Analysis | Fossil Fuels’ Price Boom Isn’t the Victory It Might Seem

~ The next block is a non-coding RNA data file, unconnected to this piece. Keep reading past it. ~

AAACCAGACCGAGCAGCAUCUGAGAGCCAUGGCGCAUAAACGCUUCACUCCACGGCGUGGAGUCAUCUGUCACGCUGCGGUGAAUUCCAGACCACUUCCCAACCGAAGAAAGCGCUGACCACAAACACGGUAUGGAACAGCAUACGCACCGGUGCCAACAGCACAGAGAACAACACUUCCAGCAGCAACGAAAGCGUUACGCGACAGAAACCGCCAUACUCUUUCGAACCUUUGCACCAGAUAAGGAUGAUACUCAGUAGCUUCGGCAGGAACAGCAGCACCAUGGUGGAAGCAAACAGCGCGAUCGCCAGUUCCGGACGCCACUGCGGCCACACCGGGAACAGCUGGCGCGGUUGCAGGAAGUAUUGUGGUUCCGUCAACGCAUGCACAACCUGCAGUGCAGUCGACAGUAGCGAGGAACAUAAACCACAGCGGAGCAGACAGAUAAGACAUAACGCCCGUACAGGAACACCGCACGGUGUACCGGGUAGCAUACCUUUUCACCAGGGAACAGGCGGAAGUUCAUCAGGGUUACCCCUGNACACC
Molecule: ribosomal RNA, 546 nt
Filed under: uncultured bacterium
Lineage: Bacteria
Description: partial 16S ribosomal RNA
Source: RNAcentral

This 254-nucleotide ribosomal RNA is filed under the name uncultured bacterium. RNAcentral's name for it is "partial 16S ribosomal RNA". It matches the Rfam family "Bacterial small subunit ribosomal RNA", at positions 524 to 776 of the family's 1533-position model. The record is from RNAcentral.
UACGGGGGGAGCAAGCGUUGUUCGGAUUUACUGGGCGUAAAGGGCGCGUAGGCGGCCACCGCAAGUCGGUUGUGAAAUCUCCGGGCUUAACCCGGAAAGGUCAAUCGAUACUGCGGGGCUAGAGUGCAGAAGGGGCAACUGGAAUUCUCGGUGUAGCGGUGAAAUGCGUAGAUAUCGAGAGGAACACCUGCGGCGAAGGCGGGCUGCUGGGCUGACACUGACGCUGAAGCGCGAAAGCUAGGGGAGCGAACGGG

Since breaking above $100 a metric ton in May, the price of coal at Australia’s Newcastle port — a benchmark for Asia, which consumes about three-quarters of the world’s soot — has gone almost vertical, hitting a record $173.10 a ton Thursday. The key regional contract for liquefied natural gas, the Japan-Korea Marker, is in similar territory, hitting $18.02 per million British thermal units the same day. That’s not a record, but it’s still the third-highest spike LNG has ever seen, during what’s typically the low season for a commodity that tends to surge amid winter’s heating demands. 

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